Tuesday, June 29, 2004
Yesterday Salon posted an interview with Thomas Frank about his new book that attempts to explain why the American Midwest forsook its leftist populist beginnings and swung rightward over the course of the 20th century. Frank is the founder and editor of the little journal The Baffler, a unique voice on the left, very hard to concisely describe -- perhaps the excerpt below will give you a feeling of what Baffler articles are like:
Q: One of the strongest portions of your book is when you reveal that you understand the conservative backlash because you were part of it. It takes a big man to admit to having been a teenage Reaganite.
A:[Laughter.] What's really funny is that the transition that I made -- I wrote this entire book about how material self-interest has been submerged in this culture. If you think about it, it would've been much more in my interest, coming out of college, to be on the right. If I had stuck with it, I'd be sitting pretty today. Think about the right-wing magazines that are similar to the Baffler. There's a libertarian magazine, same cut size, publishes articles of about the same length. It's edited by quality people, they do a good job. Their circulation is smaller than ours, but everybody that works there has healthcare and generous salaries.
Q: A welfare system for libertarians.
A: Yes! They go in and out of the think-tank world and the political world. I mean, they just go from one cushy gig to the next.
[ ... ]
Q: OK, this is a dumb question, but given your personal feelings about Reagan, did you have any emotional or visceral response to his death?
A: Well, I never like media frenzies. Those are annoying. But yeah, there was a little bit of wistfulness, and I'll describe it to you. I was watching TV and they were running a lot of news footage from that era, the late '70s and early '80s. It was images of the fabled Reagan Democrats, you know, blue-collar guys voting for Reagan. I was thinking about the world that those guys came out of, where 20 percent of the private-sector workforce was in a union, and blue-collar people could live next door to white-collar people. The gap between the social classes wasn't that huge. They loved that world so much, they loved that affluent society. They voted for this candidate who evoked it so well, who talked about it so beautifully. And he killed it. Conservatism killed that world. It's so sad. It's just tragic. What's that old term? One of the great ironies of American history. But this is way beyond irony. It's tragedy.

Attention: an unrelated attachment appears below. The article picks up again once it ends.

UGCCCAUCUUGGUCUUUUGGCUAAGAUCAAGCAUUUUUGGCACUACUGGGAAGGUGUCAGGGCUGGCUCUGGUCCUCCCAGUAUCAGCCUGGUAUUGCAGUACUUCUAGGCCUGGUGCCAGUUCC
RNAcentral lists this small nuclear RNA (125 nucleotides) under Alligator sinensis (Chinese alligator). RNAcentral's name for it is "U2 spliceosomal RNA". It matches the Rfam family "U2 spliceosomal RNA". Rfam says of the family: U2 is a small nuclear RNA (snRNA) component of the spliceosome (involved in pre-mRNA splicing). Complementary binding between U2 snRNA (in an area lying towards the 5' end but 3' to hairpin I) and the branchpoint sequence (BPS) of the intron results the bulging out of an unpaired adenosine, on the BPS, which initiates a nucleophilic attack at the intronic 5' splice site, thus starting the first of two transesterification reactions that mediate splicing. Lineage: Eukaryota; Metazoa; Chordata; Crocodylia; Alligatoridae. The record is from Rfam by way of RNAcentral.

[ ... ]
Q:You blame the Democratic Party, to a significant extent, for its own predicament in places like Kansas. You use the phrase "criminally stupid" to describe its strategy and tactics since the 1970s. Explain what you mean.
There are two different errors that were made, and both of them have amounted to jettisoning the working class, so that the working class is no longer the central focus of the party. In the McGovern era they described this as the "new politics." The error of that was apparent at the time, because McGovern went down in flames. The idea was, we'll build a new coalition around students, feminists, environmentalists and so on.
The Democrats are forever trying to come up with some kind of demographic coalition that will get them to 51 percent. They talk about that all the time. That was one of the first efforts to do that, and it was discredited really fast. But the Democratic Leadership Council is, I think, a far more poisonous purveyor of this idea, getting rid of the working class. Or not getting rid of them, but no longer appealing to them as the center of the coalition, the bulwark of the party. Instead, it's suburban professionals or whoever.
Bill Clinton is, in their minds, the great success story for this strategy. He signed off on NAFTA, on welfare reform, on so many other Republican issues. He basically accepted the Reagan agenda on economic issues, whether it was deregulating the banks, doing away with New Deal farm policy, doing away with welfare, deregulating telecom, free trade. In all those ways, he was essentially a Republican. But he fought it out very vigorously on the cultural issues. And according to the New Democrats, this is the way to do it.
They point to Clinton and say, "Look, we won the presidency! We won twice! Therefore this is a great strategy." And I would point out that while they won the presidency, they are no longer the majority party, either in Congress or the nation. That is a staggering reversal. Look, when you and I were growing up, the Democrats were always the majority. It was the party of the working class. Duh! It was the party of the majority. I thought the day would never come that they were no longer in that position. Now, I believe Republicans actually outnumber Democrats in registration. That is staggering.
It has happened because of this strategy. You take people who would be natural Democrats -- because they work in industry, they're blue-collar people -- and you suddenly remove the economic issues from the table. You say, well, the Democrats are the same as the Republicans on those issues now. And all that's left for them to consider are the cultural issues.
I talked to several people in Wichita -- I quote one of them in the book -- who come right out and say, "When the Democrats went with NAFTA, they no longer had anything to offer me, and I started voting Republican." That is a catastrophe.
A friend of mine pointed out that when the Democrats decided they would no longer contest these elections on economic issues -- of course none of these blanket statements are 100 percent true. There are still Democrats who do fight it out on economic issues, and they tend to do all right.